{On a separate note, there has been some interesting devices/gadgets developed for the fitness and strength training folks in the last few months:

  • PUSH – a wearable arm band (possibly built with inertia sensors) that is able to determine force, velocity and power of each strength training rep
  • Hexoskin – another wearable smart apparel that not only measures movement (activity level, steps, cadence), but also the users physiology (heart rate and breathing rate).
  • Athos – similar to the Hexoskin, it is a wearable smart apparel with the addition of electromyography (EMG) capabilities embedded in the apparel.
  • Skulpt Aim – a mobile device that measures the user’s body fat percentage and muscle quality in individual muscles.

These devices (and other smart devices) could potentially become a common sight in gyms in the near future, allowing users to track more about their workout sessions and gain more understanding of what’s happening. A common trait among these gadgets is that they all have (or are developing) iPhone apps, which means users will have access to their workout history on their fingertips and probably be able to brag about it on social media.}

Going back to the Kinect sensor, apart from sports and fitness applications, developers have also come up with practical solutions for the medical and health industry. One such application is the Teki system developed by technology services company Accenture, and a few other partners including Microsoft. The main purpose of the Teki system is to reduce the need for elderly patients to travel to the hospital for routine consultations and check-ups, saving time and money. Using a Kinect sensor, set up at the elderly patient’s home, together with a few other wireless medical devices like a pulse oximeter and a spirometer, the doctor is able to do a remote consultation using a webcam in the hospital/clinic. The Kinect sensor comes in when the doctor needs to evaluate the patient’s range of motion; or when there are prescribed rehabilitative exercises that the patient need to perform and the Kinect sensor is able to assess and provide feedback to assist the patient.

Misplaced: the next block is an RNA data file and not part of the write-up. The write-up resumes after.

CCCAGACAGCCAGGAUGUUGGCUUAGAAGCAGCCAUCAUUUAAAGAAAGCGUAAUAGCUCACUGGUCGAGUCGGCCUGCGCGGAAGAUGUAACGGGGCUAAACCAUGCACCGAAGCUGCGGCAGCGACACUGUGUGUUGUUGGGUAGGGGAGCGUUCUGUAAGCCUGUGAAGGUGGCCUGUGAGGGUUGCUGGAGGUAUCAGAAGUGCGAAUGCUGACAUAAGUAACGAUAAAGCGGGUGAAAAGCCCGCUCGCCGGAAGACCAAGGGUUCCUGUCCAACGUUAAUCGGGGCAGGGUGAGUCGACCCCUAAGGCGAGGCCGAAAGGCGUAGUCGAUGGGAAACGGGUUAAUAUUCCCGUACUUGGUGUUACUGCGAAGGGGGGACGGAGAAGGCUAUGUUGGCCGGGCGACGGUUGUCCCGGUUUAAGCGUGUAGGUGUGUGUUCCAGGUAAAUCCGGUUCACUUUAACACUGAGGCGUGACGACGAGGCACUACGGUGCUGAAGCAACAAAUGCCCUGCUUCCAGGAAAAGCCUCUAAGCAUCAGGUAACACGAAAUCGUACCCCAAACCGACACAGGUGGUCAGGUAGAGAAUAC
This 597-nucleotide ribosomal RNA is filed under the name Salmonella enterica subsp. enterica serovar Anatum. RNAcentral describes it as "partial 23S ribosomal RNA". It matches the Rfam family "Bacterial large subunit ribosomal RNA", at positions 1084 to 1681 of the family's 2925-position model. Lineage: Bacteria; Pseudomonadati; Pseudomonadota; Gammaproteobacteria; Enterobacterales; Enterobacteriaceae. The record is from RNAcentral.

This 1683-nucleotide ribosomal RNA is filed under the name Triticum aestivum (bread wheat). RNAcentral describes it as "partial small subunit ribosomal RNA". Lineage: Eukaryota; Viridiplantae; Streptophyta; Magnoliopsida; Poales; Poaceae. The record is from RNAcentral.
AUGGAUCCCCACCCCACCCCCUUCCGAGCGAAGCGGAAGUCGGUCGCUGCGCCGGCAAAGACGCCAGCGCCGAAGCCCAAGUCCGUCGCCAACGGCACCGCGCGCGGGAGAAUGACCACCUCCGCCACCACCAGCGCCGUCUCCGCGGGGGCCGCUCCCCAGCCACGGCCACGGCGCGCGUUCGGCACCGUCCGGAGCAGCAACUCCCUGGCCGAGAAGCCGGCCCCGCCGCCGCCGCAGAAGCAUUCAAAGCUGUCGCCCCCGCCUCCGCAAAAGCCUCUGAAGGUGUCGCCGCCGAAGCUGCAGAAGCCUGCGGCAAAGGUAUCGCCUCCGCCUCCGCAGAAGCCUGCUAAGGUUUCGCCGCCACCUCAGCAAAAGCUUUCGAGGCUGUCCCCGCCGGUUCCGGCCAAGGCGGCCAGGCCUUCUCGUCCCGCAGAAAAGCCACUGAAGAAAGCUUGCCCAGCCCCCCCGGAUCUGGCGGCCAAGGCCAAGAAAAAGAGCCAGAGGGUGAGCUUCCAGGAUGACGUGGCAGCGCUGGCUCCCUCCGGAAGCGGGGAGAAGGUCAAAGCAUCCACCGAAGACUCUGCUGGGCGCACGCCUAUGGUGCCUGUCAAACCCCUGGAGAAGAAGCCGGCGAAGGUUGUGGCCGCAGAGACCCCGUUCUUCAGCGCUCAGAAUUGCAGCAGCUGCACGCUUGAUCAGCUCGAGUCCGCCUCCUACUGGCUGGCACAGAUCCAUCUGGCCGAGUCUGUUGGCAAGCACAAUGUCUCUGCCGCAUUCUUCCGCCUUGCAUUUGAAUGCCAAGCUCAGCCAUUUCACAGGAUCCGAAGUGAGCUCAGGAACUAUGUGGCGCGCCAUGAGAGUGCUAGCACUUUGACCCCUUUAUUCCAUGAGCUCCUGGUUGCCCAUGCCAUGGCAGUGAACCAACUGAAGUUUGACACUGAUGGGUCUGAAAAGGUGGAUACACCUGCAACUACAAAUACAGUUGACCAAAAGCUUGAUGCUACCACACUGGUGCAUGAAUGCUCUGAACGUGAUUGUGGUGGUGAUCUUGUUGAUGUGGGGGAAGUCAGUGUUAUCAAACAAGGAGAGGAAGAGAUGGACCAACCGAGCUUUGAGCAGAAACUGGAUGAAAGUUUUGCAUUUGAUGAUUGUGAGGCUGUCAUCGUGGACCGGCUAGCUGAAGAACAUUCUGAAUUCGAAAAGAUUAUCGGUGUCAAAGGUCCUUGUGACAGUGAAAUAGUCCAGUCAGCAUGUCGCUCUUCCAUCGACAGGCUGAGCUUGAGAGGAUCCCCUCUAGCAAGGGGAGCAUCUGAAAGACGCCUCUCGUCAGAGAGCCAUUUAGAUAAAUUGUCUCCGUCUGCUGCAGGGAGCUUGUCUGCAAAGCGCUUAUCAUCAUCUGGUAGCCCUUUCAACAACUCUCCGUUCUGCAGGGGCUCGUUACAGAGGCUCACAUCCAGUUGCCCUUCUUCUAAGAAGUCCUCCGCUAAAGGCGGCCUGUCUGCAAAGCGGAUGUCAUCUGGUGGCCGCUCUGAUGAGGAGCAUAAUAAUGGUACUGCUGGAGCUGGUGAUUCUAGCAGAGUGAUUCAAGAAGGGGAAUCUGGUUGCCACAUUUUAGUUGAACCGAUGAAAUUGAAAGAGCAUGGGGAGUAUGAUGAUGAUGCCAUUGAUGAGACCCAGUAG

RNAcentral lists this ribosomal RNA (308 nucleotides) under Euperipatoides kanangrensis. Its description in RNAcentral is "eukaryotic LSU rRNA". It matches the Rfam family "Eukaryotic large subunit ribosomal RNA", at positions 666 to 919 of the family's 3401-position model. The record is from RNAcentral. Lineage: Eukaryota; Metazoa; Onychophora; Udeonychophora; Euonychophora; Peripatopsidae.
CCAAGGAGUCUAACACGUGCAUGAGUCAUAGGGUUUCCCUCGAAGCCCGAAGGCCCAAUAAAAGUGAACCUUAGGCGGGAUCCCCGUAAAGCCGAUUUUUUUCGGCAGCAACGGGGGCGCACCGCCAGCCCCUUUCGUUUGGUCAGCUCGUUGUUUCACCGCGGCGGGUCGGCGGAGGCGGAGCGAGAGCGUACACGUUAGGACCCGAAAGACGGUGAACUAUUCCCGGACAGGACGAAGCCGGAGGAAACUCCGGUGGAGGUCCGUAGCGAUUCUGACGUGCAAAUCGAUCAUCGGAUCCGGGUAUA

Kinect v2

Kinect v2

It was mentioned earlier that the Kinect sensor isn’t the most precise in measuring movements, especially in terms of depth and also higher speed motions. Although the specification says that it could measure up to 30 fps, but after testing it myself, I found that it is usually around 15-16 fps (depending on your program). Lighting and certain background objects could also affect the detection of a full skeleton. But all these little ‘glitches’ will no longer be there with the release of the new Kinect 2 sensor which features improved performance over the original Kinect. Those improvements include: a wide-angle time-of-flight (ToF) camera allowing better range (or depth) measurements; capturing 1080p video, and ability to ‘see’ in the dark with its new active IR sensor; it can detect more joints on the body (5 more than the previous) with much higher accuracy, and it can track up to 6 skeletons at one time. Also, it is capable of measuring the users’ heart rate via a change in the user’s skin tone and even detecting mood from the user’s facial expression. {Just watch this video that basically demos all the improvements.}